Since you already have a Pre-Approval, you must make your decision very soon. You'll have precious little time to locate a property, negotiate a sale, and submit your application prior to August 1st.
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Catherine Tr…, Agent, Novato, CA
Mon Jun 30, 2008
This is a complicated situation and you need to look at your overall financial situation. You should sit down with your financial planner to see if everything works out. If you get the go ahead, this is a great time to buy as prices are low and rates are still relatively low. As far as your condo goes, I would rent it out as long as you can cover your mortgage payment, taxes, and insurance. Rents are generally going up right now, so you would most likely be fine there. When the market picks up you could sell outright or do a 1031 exchange into a bigger investment property.
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Tara Steinke, Agent, San Diego, CA
Mon Jun 30, 2008
Dear Nully,

Renting out your home and purchasing now is a great idea.... BUT first research the demand in the rental market for your current property. Ensure that you can rent it quickly for an amount that makes sense for you financially (i.e. ideally enough to cover mortgage, taxes, insurance and a little extra for reserves). The agent you use to purchase your new property should be able to assist you in procuring a tenant for your current property... be sure to have a credit report and check references, especially prior landlords/property managers.

If the numbers and data looks to be in your favor, then go for it. It is a great time to buy and move up into a property that will provide you with a better quality of life.

Best of luck!!
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CJ Brasiel, Agent, San Jose, CA
Mon Jun 30, 2008
Nully -

Tough question. A couple of things to think about or check on. That the rent you can charge for the condo actually covers the mortgage and maintenance (5-10% overhead). Also, is that mortgage PITI (principal, interest, taxes, insurance) or just interest only. Interest only is riskier because I assume your loan will adjust and you have to compare market loss vs interest adjustment. You also have to decide whether the rent will cover PITI when the mortgage adjust or that the market will have increased and you can sell before it is adjusts. There are two ways to build value in your home, pay principal to build equity or wait for the market to build equity by prices going up. The market is hard to predict.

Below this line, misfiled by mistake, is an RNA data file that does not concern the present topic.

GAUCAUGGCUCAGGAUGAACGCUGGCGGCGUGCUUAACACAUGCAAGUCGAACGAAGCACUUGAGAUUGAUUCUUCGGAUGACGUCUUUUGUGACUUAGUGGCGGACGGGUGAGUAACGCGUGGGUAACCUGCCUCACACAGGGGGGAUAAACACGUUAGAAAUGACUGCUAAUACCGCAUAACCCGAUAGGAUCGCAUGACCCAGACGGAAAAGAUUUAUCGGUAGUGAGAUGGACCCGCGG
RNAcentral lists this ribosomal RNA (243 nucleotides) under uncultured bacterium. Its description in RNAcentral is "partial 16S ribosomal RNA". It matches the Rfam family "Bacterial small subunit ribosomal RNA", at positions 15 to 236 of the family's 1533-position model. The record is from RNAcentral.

From a market standpoint you want to size up, buy up in the down market. Resets your appreciation base and as you mention, allows you to buy the home with the yard that previously was not affordable. If your lender has reviewed your finances and loan options with you and believes it can be done, it may very well be a worthy risk.

To me a great deal will depend on the current mortgage being covered by rent and allowing you to build equity with principal payments with the rent and the new mortgage allowing principal to be paid as well. Try to avoid mortgages adjusting at the same time. Preferably, have fixed rate on the new loan.

The key is to be working with a reputable lender and agent to help guide you into your next step.

Good luck,